Cultural Identities in Sustaining Religious Communities in the Arctic Region: An Ethnographic Analysis on Religiosity from the Northern Viewpoint

Nafisa Yeasmin

Abstract


Northern countries are facing the challenges of declining human capital, and admitting immigrants, many of whom belong to religious minorities, to satisfy the demand for labour. If northern societies accept multiculturalism and immigrants, they should not disregard the cultures and religious practices (for example, ritual slaughter) of immigrants, as they need to survive and integrate as a minority community in a secular society. However, there is clash between secularism and religions permitting animal slaughter, which is prohibited by some and allowed by other European countries. Community viability and sustainability depend partly on the exercise of community beliefs and ideology that support identity behaviour. This study will present an ethnographic analysis of the religiosity related to ritual slaughter and Muslim cultural identity in the European Arctic region and explore how religious relativism and practice sustain the community and support the overall integration of the Muslim minority in the North.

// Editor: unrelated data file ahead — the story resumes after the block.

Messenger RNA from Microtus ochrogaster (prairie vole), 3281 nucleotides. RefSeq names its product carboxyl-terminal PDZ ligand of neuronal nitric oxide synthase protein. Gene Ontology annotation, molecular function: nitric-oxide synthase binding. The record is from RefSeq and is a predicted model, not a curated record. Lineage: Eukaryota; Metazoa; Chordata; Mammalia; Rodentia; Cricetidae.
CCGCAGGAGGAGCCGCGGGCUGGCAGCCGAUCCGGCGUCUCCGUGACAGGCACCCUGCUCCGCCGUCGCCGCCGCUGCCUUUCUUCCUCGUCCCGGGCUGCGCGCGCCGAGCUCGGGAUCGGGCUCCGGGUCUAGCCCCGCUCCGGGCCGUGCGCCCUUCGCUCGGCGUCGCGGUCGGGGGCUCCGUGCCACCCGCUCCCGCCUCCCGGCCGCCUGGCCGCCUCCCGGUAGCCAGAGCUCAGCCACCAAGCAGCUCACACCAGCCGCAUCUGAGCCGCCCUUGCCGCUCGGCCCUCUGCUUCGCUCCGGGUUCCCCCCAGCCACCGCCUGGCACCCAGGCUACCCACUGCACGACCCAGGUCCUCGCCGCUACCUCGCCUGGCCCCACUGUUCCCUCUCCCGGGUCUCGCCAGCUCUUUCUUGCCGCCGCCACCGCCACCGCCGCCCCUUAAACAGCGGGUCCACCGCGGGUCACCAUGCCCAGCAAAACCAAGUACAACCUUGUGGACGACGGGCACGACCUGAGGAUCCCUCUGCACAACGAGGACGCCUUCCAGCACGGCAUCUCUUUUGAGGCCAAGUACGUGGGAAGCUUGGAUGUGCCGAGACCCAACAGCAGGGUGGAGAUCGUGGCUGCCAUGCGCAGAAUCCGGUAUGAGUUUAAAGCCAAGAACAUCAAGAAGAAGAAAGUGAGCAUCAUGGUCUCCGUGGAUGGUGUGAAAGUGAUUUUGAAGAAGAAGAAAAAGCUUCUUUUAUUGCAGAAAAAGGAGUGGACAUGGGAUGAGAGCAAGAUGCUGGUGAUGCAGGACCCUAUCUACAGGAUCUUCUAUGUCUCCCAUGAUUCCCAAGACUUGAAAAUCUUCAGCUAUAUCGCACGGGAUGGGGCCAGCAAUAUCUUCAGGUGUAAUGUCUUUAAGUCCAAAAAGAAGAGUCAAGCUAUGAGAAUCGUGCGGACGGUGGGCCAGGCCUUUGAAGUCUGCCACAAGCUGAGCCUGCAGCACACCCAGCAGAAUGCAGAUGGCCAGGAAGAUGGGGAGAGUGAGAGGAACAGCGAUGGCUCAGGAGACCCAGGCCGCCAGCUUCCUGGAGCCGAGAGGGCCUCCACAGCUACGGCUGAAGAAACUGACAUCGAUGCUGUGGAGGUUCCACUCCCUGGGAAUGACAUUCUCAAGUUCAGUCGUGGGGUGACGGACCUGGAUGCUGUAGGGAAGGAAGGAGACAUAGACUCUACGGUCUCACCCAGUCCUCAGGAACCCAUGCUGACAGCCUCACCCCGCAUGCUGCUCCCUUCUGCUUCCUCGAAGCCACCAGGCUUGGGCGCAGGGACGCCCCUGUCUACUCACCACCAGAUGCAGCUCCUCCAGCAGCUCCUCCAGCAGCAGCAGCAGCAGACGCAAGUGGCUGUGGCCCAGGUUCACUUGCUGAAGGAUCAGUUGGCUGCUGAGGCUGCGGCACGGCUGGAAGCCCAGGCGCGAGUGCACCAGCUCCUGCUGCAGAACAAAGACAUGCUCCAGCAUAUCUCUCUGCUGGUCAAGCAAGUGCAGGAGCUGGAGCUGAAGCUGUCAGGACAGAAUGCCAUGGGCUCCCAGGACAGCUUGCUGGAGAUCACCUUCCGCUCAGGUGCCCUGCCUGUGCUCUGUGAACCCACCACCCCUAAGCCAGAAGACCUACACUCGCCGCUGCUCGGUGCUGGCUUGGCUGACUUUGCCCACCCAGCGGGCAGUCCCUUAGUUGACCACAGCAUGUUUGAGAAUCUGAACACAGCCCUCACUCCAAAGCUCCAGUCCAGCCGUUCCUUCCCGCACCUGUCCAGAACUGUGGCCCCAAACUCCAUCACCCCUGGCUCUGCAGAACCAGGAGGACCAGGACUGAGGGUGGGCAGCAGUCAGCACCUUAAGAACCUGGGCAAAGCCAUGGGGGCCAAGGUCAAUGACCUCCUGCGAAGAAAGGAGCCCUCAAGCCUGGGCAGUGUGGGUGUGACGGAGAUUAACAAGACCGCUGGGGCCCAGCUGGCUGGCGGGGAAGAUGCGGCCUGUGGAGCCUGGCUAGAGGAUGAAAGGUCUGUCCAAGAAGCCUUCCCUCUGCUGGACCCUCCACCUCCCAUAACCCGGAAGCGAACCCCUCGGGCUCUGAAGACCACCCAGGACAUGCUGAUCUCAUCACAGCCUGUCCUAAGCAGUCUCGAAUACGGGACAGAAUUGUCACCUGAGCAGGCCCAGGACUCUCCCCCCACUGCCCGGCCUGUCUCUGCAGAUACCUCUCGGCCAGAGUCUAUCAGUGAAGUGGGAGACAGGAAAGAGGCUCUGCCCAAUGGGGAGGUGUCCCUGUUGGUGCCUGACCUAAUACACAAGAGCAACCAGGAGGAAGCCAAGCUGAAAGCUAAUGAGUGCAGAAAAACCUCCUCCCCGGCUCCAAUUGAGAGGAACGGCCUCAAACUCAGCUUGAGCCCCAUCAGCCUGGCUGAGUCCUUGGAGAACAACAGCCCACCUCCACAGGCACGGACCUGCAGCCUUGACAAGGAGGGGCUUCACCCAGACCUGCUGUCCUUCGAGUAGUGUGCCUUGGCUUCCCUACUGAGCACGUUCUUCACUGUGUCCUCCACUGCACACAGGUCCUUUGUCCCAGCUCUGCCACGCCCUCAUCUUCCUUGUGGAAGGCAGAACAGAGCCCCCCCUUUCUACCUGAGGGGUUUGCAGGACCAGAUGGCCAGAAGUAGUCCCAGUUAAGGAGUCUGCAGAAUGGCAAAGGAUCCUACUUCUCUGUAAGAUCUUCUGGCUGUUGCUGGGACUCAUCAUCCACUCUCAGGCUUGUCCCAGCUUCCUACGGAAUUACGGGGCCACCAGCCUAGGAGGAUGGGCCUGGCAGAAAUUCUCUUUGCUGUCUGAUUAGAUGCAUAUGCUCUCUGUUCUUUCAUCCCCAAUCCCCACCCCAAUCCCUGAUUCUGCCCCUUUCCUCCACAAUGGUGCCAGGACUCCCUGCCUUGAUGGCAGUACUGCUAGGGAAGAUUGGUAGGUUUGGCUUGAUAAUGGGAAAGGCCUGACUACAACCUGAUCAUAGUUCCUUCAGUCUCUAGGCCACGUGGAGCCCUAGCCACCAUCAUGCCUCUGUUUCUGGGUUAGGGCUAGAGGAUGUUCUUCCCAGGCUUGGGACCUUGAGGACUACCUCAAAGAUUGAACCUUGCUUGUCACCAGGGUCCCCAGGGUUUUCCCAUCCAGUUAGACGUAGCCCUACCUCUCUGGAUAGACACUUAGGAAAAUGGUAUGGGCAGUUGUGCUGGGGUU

Keywords


religious practice; community; sustainability; North; identity; religious minority

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DOI: http://dx.doi.org/10.1515/jef-2017-0013

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ISSN (print) 1736-6518. ISSN (online) 2228-0987. JEF is a joint publication of the University of Tartu, the Estonian National Museum and the Estonian Literary Museum.